There exists a black and white photograph of me, taken over twenty-five years ago in the Lake District, next to a horse. I am wearing a long silk skirt and hold the bridles, while keeping the animal at an arm’s length. I look positively terrified.
My friend Margaret, whose parents’ farm we were visiting over the Easter break, was bent on teaching me how to ride. She had been an equestrian since childhood, and routinely galloped around Hyde Park, and couldn’t fathom how I had lived so long without getting on a horse. Once she saw my body language around her animals she quickly dropped her plans and settled for a walk around the lake.
Eventually, one my neighbours, about fifteen years ago, insisted I tried. And I did. It wasn’t fun, nor pretty. So it was really surprising when the same neighbor, who might have forgotten all about that first foray on a saddle, emailed me her offer to teach me to ride. “You love animals and nature so much” she enticed.
My first instinct was to thank her profusely and demur. Instead, I let the thought settle for half a day.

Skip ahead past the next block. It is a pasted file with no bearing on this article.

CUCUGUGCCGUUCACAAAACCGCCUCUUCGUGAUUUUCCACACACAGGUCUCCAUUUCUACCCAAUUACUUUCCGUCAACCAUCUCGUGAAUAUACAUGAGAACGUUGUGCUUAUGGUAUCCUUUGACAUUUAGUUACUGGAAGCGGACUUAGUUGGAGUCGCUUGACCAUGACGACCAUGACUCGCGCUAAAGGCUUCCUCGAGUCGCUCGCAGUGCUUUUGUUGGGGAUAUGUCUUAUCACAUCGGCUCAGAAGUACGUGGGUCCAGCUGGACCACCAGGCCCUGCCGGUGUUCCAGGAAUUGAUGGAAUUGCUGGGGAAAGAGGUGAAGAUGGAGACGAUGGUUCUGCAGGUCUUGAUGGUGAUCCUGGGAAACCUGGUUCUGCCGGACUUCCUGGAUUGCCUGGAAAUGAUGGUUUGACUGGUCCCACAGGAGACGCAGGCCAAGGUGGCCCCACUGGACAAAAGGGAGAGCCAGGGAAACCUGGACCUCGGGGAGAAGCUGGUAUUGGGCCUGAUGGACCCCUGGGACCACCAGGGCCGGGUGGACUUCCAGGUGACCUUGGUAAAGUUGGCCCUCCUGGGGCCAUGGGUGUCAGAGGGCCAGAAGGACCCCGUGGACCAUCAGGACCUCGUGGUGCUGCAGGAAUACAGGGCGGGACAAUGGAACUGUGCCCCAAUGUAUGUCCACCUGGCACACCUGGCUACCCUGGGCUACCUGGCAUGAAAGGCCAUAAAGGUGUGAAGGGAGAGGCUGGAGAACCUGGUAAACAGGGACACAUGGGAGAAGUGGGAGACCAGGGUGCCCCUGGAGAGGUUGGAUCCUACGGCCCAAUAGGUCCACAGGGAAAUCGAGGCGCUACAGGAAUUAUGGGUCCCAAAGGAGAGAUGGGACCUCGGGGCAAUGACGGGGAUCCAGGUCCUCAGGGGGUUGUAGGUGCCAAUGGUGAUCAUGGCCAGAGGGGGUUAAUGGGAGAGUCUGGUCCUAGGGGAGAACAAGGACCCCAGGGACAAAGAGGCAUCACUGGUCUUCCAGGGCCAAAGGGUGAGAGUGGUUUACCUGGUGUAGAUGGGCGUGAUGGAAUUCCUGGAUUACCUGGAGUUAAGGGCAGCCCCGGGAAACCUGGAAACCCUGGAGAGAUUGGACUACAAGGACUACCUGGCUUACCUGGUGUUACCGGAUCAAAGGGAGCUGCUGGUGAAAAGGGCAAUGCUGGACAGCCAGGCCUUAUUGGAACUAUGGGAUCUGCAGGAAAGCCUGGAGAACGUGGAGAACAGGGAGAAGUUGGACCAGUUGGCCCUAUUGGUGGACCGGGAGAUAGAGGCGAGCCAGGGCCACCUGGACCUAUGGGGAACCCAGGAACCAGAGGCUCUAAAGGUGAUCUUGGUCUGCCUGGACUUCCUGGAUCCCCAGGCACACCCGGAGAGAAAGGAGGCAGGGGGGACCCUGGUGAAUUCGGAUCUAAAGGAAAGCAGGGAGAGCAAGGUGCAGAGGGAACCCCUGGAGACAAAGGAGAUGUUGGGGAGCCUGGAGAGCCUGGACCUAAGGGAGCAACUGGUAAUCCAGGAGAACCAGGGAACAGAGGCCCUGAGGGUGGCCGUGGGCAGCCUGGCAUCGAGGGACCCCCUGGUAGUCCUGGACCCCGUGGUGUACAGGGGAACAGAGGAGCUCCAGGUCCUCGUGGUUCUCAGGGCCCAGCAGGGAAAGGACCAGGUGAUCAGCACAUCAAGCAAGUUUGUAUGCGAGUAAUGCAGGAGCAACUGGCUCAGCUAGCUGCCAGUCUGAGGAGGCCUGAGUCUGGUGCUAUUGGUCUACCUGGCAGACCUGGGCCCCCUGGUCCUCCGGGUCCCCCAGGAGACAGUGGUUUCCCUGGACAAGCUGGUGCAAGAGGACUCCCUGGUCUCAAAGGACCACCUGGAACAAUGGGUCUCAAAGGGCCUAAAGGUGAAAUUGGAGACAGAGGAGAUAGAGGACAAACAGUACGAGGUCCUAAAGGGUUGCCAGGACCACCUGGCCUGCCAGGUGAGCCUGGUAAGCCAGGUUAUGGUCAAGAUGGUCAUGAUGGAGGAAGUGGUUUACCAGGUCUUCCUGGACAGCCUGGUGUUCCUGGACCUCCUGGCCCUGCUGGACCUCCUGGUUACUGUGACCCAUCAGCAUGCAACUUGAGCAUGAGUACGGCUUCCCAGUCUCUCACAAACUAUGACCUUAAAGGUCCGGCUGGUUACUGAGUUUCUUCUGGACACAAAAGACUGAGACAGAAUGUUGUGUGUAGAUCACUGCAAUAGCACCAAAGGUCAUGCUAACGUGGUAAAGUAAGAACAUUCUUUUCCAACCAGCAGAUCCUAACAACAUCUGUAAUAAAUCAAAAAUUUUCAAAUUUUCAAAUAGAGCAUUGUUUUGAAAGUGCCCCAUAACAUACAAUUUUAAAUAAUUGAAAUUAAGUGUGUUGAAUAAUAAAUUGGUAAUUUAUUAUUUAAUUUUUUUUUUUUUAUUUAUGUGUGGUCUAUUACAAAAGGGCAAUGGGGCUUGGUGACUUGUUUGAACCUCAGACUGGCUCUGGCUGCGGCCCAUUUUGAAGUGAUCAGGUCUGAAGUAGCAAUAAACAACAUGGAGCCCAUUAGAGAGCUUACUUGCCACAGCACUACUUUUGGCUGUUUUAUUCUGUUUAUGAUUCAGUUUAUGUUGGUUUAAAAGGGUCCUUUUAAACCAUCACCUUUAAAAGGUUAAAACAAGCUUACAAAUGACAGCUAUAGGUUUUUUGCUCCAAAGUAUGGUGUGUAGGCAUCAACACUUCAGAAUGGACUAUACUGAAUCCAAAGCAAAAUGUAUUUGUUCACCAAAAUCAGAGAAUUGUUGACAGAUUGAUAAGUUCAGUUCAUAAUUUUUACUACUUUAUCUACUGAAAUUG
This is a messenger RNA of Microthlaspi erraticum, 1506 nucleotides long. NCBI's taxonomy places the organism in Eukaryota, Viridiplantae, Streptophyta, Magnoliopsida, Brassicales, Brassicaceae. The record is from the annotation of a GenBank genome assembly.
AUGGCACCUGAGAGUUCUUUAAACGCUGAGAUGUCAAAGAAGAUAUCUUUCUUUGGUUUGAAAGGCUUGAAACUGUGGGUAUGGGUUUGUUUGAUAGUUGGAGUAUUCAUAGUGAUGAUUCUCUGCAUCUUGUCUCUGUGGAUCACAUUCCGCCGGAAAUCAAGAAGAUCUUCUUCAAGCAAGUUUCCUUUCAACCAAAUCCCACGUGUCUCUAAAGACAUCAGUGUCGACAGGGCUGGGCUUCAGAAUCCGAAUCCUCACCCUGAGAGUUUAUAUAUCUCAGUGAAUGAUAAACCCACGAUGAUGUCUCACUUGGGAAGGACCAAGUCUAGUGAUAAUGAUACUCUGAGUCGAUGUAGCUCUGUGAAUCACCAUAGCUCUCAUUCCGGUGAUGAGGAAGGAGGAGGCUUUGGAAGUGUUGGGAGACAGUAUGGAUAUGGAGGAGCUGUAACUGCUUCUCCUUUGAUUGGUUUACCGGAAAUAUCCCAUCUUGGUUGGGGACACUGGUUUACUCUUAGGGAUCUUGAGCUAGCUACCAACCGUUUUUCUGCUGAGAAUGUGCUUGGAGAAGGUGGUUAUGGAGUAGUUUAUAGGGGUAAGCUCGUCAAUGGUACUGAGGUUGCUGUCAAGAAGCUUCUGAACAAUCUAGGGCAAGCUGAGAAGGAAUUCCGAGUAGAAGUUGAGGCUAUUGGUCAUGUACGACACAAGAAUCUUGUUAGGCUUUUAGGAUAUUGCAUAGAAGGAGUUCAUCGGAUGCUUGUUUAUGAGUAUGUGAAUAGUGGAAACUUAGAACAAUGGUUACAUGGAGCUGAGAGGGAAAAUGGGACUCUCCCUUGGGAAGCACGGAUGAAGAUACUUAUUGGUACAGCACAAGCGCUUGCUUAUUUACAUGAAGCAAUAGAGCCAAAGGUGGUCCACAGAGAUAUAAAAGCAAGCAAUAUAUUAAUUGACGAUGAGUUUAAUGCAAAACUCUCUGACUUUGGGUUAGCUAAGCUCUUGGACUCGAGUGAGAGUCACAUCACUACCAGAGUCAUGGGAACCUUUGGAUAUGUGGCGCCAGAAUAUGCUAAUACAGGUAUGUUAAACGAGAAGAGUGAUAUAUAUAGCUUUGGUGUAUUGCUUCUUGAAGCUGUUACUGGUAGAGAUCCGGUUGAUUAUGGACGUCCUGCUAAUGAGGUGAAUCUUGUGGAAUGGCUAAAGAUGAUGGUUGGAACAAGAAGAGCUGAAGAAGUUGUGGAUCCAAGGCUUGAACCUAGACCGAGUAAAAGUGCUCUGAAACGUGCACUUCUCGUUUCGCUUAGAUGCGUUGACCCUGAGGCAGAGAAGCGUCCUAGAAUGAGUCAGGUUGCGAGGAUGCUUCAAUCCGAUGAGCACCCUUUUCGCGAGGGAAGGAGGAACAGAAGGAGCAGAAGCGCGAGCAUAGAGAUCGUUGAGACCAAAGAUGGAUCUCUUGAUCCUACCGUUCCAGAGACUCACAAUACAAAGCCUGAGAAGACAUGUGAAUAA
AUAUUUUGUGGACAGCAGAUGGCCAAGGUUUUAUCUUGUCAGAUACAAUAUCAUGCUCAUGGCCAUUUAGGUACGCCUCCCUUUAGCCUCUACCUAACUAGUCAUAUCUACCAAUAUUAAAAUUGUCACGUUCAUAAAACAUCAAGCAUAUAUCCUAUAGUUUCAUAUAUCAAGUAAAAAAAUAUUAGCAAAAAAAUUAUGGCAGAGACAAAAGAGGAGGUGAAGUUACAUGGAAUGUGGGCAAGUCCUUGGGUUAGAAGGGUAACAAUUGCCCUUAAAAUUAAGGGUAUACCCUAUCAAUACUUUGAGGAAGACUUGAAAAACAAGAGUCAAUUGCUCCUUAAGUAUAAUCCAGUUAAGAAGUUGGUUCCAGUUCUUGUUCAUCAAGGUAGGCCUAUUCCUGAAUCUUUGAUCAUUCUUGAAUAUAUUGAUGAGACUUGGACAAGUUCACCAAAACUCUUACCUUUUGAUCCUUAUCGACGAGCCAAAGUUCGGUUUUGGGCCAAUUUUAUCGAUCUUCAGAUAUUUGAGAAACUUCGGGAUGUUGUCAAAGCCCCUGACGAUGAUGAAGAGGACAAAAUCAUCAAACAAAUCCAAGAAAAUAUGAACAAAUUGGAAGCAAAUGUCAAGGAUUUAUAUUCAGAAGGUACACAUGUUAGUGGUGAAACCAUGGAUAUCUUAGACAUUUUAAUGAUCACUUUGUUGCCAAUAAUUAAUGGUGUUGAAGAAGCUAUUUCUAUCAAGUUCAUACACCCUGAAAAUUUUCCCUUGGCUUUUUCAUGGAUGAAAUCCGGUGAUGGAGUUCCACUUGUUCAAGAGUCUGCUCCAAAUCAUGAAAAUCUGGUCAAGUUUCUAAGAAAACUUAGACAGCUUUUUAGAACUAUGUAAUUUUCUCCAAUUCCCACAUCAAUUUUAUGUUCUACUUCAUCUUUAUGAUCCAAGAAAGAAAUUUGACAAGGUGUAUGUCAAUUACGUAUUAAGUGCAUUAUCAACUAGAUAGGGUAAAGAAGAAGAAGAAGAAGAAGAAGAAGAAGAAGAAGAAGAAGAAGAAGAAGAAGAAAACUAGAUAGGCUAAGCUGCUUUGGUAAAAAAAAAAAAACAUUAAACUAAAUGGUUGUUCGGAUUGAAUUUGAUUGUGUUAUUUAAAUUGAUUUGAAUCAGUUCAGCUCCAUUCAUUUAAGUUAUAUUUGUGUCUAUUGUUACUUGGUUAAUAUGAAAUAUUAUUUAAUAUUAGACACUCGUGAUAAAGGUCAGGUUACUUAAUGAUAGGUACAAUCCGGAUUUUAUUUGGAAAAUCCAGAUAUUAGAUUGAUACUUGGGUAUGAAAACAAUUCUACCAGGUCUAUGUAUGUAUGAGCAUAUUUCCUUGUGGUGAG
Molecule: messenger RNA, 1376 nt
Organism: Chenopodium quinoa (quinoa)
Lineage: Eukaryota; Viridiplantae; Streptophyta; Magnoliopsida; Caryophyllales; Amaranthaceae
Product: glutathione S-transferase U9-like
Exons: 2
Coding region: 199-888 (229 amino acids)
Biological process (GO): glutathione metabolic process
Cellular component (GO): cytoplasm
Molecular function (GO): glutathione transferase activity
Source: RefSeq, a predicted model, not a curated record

I have been venturing into unknown territory recently, and very much enjoying the results. I have been taking a free form movement and dance class that has given me a new appreciation for my body and left me wondering why I don’t dance more often. I have taken up crossword puzzles in English – a lifelong passion of mine, in Italian – learning to navigate the abstruse and unfamiliar clues with more success than I anticipated. And why shouldn’t I succeed? And I am embarking on a learning journey of sorts that has me very excited.
I ended up accepting my friend’s invitation, in the spirit of trying something new, and will be settling my butt on a saddle soon. This time, I will insist on no photographs. At least until I am ready to gallop down a beach, hair in the wind. Isn’t that what they always do in movies? We shall see.